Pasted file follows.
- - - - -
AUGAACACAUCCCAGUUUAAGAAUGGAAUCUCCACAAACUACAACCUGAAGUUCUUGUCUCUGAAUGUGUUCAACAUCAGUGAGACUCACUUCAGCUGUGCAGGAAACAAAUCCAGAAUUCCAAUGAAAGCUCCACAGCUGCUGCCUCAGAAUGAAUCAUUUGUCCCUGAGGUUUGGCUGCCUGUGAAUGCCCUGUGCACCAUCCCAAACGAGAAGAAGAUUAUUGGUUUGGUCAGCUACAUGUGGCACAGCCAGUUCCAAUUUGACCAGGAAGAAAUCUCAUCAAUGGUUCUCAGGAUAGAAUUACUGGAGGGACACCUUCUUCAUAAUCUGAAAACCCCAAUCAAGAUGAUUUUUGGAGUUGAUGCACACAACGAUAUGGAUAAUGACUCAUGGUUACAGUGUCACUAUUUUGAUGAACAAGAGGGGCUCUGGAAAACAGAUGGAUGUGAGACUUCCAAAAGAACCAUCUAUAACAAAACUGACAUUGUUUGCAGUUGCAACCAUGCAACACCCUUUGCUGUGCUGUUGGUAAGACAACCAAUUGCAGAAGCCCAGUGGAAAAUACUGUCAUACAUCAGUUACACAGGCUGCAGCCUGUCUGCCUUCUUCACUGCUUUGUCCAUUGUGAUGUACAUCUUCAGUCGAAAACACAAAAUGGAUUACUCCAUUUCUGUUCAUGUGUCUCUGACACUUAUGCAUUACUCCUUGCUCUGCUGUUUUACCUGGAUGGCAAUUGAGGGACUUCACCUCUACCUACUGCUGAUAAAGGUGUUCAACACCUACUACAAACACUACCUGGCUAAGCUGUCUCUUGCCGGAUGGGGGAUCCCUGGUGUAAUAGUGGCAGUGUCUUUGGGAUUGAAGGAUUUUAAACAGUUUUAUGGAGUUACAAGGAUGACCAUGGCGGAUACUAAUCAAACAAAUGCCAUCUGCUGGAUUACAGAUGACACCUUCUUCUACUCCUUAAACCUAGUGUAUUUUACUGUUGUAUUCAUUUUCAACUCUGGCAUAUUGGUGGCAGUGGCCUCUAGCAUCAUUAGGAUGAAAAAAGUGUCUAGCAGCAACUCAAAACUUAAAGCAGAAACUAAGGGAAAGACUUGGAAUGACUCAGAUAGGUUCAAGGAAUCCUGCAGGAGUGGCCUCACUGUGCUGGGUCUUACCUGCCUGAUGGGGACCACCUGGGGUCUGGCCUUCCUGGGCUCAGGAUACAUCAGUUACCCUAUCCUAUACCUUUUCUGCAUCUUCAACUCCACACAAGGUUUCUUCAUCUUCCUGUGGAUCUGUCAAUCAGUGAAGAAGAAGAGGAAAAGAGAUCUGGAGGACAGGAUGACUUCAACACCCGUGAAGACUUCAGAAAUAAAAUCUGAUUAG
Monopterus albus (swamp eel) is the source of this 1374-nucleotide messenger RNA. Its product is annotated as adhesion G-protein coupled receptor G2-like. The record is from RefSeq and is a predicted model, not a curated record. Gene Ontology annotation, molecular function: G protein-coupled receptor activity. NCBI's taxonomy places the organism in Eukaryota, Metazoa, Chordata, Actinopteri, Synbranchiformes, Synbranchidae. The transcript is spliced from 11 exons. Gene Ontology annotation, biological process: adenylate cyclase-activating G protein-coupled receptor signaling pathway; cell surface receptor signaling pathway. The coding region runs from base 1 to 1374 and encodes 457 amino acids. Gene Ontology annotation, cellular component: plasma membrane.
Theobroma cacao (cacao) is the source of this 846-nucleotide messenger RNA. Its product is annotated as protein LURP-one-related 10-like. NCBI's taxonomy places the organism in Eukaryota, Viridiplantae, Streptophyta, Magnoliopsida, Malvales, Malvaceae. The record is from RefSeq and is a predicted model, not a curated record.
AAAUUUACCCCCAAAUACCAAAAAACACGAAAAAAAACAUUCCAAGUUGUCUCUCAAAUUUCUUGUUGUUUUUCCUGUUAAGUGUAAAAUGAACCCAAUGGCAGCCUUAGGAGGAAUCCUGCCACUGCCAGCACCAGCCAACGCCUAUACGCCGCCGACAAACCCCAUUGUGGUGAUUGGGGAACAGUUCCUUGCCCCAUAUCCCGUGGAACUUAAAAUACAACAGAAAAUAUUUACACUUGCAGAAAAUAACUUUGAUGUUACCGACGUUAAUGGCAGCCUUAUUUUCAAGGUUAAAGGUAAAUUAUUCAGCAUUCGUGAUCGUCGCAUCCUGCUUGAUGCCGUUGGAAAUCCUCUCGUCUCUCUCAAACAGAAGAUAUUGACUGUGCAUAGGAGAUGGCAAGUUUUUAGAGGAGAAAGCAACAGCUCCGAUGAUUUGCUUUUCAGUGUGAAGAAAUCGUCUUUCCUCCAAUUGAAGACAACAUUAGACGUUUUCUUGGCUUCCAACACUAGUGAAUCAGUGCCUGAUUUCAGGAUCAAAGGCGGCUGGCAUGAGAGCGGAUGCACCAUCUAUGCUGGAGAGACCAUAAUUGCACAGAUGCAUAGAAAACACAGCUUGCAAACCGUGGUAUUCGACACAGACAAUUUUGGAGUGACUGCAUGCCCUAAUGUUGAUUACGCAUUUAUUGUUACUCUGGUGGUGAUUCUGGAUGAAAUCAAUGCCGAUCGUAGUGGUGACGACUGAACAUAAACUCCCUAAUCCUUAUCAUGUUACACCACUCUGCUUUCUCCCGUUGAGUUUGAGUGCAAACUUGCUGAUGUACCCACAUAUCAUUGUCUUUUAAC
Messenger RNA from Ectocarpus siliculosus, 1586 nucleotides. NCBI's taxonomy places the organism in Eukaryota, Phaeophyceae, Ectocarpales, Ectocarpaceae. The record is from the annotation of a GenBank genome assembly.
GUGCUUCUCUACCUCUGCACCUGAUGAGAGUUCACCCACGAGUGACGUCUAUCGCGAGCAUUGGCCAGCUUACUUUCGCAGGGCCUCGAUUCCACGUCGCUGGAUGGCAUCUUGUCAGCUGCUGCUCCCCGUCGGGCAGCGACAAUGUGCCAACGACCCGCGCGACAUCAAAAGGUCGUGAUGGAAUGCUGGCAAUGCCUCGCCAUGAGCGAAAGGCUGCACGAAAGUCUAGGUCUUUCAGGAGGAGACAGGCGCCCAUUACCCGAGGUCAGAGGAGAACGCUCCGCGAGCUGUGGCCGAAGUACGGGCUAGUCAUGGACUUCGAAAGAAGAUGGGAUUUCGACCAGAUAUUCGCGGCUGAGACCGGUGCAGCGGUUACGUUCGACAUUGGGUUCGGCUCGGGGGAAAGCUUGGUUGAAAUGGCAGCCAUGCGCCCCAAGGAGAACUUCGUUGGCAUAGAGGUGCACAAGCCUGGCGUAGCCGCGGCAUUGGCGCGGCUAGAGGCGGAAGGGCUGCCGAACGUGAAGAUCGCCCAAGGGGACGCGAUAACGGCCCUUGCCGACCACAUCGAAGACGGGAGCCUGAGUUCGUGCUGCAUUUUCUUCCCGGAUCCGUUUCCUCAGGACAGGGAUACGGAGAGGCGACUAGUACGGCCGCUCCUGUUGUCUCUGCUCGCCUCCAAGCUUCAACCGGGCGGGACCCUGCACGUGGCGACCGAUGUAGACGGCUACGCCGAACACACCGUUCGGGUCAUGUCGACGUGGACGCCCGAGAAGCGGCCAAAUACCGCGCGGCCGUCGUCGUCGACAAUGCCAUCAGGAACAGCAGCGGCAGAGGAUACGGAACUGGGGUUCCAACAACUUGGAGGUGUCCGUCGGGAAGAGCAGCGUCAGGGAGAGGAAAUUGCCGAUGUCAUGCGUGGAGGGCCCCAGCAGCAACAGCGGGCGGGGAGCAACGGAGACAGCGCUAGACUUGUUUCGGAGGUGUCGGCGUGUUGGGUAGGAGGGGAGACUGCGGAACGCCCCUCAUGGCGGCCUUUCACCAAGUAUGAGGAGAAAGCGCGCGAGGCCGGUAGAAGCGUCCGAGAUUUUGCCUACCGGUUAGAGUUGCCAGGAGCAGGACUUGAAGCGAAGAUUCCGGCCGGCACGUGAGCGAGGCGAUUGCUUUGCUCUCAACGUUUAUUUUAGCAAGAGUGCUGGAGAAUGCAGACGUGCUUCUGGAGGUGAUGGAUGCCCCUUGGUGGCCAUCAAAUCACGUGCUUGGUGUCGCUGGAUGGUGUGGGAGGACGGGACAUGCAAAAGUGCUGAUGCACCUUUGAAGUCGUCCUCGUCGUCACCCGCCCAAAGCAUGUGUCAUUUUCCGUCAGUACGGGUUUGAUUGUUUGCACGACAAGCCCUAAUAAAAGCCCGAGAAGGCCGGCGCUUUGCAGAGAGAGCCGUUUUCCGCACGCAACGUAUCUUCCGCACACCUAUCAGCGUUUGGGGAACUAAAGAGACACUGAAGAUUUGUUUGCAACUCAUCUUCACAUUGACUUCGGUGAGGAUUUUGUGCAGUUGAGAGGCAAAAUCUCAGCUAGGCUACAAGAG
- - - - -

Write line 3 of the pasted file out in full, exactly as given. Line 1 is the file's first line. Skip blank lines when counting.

Theobroma cacao (cacao) is the source of this 846-nucleotide messenger RNA. Its product is annotated as protein LURP-one-related 10-like. NCBI's taxonomy places the organism in Eukaryota, Viridiplantae, Streptophyta, Magnoliopsida, Malvales, Malvaceae. The record is from RefSeq and is a predicted model, not a curated record.